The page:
Sept. 1, 2010— -- Dutch prosecutors have let go two Yemeni men who were initially detained over concerns of a possible terror "dry run," they said Wednesday.
Ahmed Mohamed Nasser al Soofi and Hezam al Murisi were arrested during a United Flight from Chicago to Amsterdam Monday. They were released without charges.
American law enforcement officials say their initial concerns about a possible terror "dry run" involving the two eased, in part because they have learned the men's abrupt change in flights resulted from them missing their original flight.
"These two passengers have not been charged with any crime in the United States and we caution you against jumping to any conclusions," said a statement issued by the Department of Homeland Security Tuesday afternoon.
Al Soofi began his trip in Birmingham, Alabama and al Murisi started from Memphis, Tennessee.
Airport screeners discovered al Soofi had several items in his checked luggage that raised concerns, including a cell phone taped to a Pepto-Bismol bottle, other cell phones, and watches wrapped in tape. Such items can be transported legally in checked baggage but authorities raised the possibility they may have been a "mock bomb."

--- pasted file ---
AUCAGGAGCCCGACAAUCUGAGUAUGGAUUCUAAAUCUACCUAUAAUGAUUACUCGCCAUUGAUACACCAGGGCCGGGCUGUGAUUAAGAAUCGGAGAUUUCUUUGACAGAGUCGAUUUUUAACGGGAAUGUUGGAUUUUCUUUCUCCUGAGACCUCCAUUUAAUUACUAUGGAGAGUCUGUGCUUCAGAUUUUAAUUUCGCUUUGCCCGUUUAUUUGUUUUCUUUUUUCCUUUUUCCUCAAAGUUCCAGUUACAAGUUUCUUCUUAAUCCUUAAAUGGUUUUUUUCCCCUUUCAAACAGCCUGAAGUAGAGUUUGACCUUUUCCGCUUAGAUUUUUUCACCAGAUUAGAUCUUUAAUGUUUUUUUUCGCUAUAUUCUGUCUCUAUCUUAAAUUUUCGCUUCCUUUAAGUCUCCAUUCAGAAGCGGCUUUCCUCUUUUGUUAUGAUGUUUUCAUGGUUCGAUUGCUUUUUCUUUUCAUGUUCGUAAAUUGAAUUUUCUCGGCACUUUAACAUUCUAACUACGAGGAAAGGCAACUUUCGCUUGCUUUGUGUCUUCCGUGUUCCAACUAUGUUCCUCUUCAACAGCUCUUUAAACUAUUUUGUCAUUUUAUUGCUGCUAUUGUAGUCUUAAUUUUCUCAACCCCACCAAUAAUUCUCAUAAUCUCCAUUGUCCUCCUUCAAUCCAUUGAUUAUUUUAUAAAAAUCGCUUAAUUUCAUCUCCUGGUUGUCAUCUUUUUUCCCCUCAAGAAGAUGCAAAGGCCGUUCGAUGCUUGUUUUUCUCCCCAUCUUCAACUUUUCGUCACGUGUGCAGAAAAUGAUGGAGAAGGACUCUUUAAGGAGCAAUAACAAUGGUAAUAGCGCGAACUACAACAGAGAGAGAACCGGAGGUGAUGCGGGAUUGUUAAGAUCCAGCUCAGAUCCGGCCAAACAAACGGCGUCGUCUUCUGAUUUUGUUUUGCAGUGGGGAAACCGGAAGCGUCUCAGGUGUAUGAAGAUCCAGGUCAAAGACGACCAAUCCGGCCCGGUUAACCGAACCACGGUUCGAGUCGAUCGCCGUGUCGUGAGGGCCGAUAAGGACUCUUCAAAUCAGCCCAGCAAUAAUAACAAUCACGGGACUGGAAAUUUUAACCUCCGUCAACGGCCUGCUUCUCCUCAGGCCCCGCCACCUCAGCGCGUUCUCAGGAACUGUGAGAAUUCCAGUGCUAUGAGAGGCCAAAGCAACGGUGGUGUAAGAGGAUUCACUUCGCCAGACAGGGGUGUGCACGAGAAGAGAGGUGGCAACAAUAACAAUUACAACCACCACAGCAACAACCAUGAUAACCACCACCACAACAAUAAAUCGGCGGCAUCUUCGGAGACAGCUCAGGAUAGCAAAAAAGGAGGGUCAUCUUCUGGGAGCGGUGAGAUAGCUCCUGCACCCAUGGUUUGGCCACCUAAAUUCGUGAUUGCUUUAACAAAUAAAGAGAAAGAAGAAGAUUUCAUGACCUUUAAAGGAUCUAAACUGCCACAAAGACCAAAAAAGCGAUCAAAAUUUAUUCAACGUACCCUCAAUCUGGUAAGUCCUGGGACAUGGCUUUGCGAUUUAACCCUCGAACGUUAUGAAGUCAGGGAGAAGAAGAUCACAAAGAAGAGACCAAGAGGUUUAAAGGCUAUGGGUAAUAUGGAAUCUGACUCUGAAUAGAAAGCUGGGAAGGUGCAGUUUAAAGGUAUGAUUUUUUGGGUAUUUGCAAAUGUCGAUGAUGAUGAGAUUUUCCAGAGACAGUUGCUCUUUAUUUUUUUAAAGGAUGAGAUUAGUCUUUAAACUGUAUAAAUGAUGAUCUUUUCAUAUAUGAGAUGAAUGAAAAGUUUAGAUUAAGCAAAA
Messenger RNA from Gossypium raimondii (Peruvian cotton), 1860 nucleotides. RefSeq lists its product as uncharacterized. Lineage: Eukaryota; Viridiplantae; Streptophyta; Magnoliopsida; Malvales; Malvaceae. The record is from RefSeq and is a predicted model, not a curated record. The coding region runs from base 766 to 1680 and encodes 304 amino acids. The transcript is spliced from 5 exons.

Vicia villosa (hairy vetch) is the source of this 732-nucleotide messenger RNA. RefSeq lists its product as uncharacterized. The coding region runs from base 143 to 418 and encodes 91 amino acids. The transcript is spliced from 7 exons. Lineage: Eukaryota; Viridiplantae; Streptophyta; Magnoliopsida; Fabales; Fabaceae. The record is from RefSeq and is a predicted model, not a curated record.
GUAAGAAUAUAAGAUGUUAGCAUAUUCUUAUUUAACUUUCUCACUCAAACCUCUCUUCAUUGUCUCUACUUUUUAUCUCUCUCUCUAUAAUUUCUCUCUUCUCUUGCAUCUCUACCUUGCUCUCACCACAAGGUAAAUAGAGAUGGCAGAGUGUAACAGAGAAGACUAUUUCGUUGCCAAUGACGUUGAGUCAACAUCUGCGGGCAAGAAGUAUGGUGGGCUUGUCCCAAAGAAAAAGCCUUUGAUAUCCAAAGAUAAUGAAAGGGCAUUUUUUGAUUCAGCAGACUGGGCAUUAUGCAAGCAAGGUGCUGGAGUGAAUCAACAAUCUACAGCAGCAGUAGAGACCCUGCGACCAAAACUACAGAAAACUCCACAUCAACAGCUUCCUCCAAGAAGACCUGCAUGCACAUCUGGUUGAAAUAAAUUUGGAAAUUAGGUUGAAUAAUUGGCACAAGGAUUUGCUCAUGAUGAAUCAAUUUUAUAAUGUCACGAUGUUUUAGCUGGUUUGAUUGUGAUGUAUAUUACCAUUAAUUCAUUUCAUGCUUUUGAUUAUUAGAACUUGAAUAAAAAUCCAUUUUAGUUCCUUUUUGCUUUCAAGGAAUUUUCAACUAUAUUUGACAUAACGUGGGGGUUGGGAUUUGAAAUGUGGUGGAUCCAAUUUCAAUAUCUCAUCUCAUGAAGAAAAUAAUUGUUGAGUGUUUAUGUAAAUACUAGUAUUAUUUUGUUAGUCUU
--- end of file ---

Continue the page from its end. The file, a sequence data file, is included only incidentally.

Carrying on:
The description of the items was passed to authorities in Amsterdam.
American authorities had initially become concerned when the two men changed their travel plans at O'Hare airport in Chicago Sunday night, while their luggage, with its "strange" contents, continued on the original set of flights bound for Sanaa, Yemen.
American officials say they now believe the two men did not know each other and both were re-booked by United after they missed their flight because of a gate change at O'Hare.
In its statement, DHS said the incident "illustrates how airport security protocols, law enforcement cooperation, and prompt international information sharing allows us to respond quickly to potential threats."
Friends and neighbors of al Soofi in Detroit and Tuscaloosa, Alabama said FBI agents had shown up early Monday to investigate the Yemeni's background.
The door of his apartment in Tuscaloosa appeared to have been forced open.